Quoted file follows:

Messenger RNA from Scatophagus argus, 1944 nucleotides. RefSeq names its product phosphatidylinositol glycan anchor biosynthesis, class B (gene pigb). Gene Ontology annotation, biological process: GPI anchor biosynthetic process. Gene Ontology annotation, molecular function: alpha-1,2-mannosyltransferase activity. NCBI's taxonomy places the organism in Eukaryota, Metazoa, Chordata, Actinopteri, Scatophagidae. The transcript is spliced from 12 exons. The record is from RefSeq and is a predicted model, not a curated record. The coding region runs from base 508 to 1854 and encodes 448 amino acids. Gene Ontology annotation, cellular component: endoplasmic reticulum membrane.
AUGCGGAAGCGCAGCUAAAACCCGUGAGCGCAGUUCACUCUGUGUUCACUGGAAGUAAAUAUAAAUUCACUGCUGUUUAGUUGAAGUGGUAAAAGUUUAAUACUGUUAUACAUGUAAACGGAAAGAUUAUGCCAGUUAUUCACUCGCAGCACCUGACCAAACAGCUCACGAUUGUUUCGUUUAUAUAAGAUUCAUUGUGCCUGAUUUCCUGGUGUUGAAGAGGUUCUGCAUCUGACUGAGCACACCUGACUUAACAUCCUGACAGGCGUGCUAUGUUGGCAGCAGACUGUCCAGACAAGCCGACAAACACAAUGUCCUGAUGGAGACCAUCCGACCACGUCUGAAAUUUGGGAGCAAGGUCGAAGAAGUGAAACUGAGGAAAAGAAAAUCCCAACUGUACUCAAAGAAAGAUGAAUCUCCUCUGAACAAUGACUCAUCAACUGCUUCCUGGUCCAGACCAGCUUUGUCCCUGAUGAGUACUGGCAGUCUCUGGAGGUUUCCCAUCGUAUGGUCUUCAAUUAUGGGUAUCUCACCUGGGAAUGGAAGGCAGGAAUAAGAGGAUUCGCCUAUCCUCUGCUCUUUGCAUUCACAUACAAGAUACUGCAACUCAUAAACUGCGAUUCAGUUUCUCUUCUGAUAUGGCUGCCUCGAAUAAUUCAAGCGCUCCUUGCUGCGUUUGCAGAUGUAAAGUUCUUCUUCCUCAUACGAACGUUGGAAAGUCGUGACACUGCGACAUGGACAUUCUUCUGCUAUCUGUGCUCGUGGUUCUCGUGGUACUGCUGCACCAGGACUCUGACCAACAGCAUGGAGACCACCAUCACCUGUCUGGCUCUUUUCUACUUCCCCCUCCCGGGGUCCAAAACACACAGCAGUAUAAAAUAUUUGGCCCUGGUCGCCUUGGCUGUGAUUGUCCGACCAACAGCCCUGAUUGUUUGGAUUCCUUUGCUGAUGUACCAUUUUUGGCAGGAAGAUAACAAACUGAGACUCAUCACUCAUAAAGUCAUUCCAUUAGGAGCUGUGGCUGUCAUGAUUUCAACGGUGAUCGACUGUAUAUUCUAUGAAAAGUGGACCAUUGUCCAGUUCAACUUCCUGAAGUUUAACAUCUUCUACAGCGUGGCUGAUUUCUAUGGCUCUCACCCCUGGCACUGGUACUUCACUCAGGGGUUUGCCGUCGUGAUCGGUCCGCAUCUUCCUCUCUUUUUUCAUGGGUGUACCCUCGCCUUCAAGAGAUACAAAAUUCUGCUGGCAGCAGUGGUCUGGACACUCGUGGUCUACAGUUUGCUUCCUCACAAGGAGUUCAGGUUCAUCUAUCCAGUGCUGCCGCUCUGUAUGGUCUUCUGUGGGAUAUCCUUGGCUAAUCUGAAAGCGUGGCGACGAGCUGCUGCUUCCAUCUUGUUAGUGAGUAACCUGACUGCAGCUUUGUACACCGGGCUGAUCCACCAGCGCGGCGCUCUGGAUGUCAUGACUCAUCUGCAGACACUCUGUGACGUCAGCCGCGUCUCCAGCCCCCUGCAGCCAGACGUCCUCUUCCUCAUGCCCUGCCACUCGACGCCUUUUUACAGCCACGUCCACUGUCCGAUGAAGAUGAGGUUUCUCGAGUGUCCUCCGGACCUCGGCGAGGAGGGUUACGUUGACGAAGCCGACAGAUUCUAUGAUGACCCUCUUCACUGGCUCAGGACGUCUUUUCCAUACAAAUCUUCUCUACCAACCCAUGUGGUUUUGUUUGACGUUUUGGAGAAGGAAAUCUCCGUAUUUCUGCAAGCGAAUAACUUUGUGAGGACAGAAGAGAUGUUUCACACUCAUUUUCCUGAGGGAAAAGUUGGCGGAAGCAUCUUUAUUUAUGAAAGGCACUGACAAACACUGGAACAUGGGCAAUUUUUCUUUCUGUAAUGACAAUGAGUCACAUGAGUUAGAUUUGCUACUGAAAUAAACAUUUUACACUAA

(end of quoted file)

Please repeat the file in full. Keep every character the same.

Messenger RNA from Scatophagus argus, 1944 nucleotides. RefSeq names its product phosphatidylinositol glycan anchor biosynthesis, class B (gene pigb). Gene Ontology annotation, biological process: GPI anchor biosynthetic process. Gene Ontology annotation, molecular function: alpha-1,2-mannosyltransferase activity. NCBI's taxonomy places the organism in Eukaryota, Metazoa, Chordata, Actinopteri, Scatophagidae. The transcript is spliced from 12 exons. The record is from RefSeq and is a predicted model, not a curated record. The coding region runs from base 508 to 1854 and encodes 448 amino acids. Gene Ontology annotation, cellular component: endoplasmic reticulum membrane.
AUGCGGAAGCGCAGCUAAAACCCGUGAGCGCAGUUCACUCUGUGUUCACUGGAAGUAAAUAUAAAUUCACUGCUGUUUAGUUGAAGUGGUAAAAGUUUAAUACUGUUAUACAUGUAAACGGAAAGAUUAUGCCAGUUAUUCACUCGCAGCACCUGACCAAACAGCUCACGAUUGUUUCGUUUAUAUAAGAUUCAUUGUGCCUGAUUUCCUGGUGUUGAAGAGGUUCUGCAUCUGACUGAGCACACCUGACUUAACAUCCUGACAGGCGUGCUAUGUUGGCAGCAGACUGUCCAGACAAGCCGACAAACACAAUGUCCUGAUGGAGACCAUCCGACCACGUCUGAAAUUUGGGAGCAAGGUCGAAGAAGUGAAACUGAGGAAAAGAAAAUCCCAACUGUACUCAAAGAAAGAUGAAUCUCCUCUGAACAAUGACUCAUCAACUGCUUCCUGGUCCAGACCAGCUUUGUCCCUGAUGAGUACUGGCAGUCUCUGGAGGUUUCCCAUCGUAUGGUCUUCAAUUAUGGGUAUCUCACCUGGGAAUGGAAGGCAGGAAUAAGAGGAUUCGCCUAUCCUCUGCUCUUUGCAUUCACAUACAAGAUACUGCAACUCAUAAACUGCGAUUCAGUUUCUCUUCUGAUAUGGCUGCCUCGAAUAAUUCAAGCGCUCCUUGCUGCGUUUGCAGAUGUAAAGUUCUUCUUCCUCAUACGAACGUUGGAAAGUCGUGACACUGCGACAUGGACAUUCUUCUGCUAUCUGUGCUCGUGGUUCUCGUGGUACUGCUGCACCAGGACUCUGACCAACAGCAUGGAGACCACCAUCACCUGUCUGGCUCUUUUCUACUUCCCCCUCCCGGGGUCCAAAACACACAGCAGUAUAAAAUAUUUGGCCCUGGUCGCCUUGGCUGUGAUUGUCCGACCAACAGCCCUGAUUGUUUGGAUUCCUUUGCUGAUGUACCAUUUUUGGCAGGAAGAUAACAAACUGAGACUCAUCACUCAUAAAGUCAUUCCAUUAGGAGCUGUGGCUGUCAUGAUUUCAACGGUGAUCGACUGUAUAUUCUAUGAAAAGUGGACCAUUGUCCAGUUCAACUUCCUGAAGUUUAACAUCUUCUACAGCGUGGCUGAUUUCUAUGGCUCUCACCCCUGGCACUGGUACUUCACUCAGGGGUUUGCCGUCGUGAUCGGUCCGCAUCUUCCUCUCUUUUUUCAUGGGUGUACCCUCGCCUUCAAGAGAUACAAAAUUCUGCUGGCAGCAGUGGUCUGGACACUCGUGGUCUACAGUUUGCUUCCUCACAAGGAGUUCAGGUUCAUCUAUCCAGUGCUGCCGCUCUGUAUGGUCUUCUGUGGGAUAUCCUUGGCUAAUCUGAAAGCGUGGCGACGAGCUGCUGCUUCCAUCUUGUUAGUGAGUAACCUGACUGCAGCUUUGUACACCGGGCUGAUCCACCAGCGCGGCGCUCUGGAUGUCAUGACUCAUCUGCAGACACUCUGUGACGUCAGCCGCGUCUCCAGCCCCCUGCAGCCAGACGUCCUCUUCCUCAUGCCCUGCCACUCGACGCCUUUUUACAGCCACGUCCACUGUCCGAUGAAGAUGAGGUUUCUCGAGUGUCCUCCGGACCUCGGCGAGGAGGGUUACGUUGACGAAGCCGACAGAUUCUAUGAUGACCCUCUUCACUGGCUCAGGACGUCUUUUCCAUACAAAUCUUCUCUACCAACCCAUGUGGUUUUGUUUGACGUUUUGGAGAAGGAAAUCUCCGUAUUUCUGCAAGCGAAUAACUUUGUGAGGACAGAAGAGAUGUUUCACACUCAUUUUCCUGAGGGAAAAGUUGGCGGAAGCAUCUUUAUUUAUGAAAGGCACUGACAAACACUGGAACAUGGGCAAUUUUUCUUUCUGUAAUGACAAUGAGUCACAUGAGUUAGAUUUGCUACUGAAAUAAACAUUUUACACUAA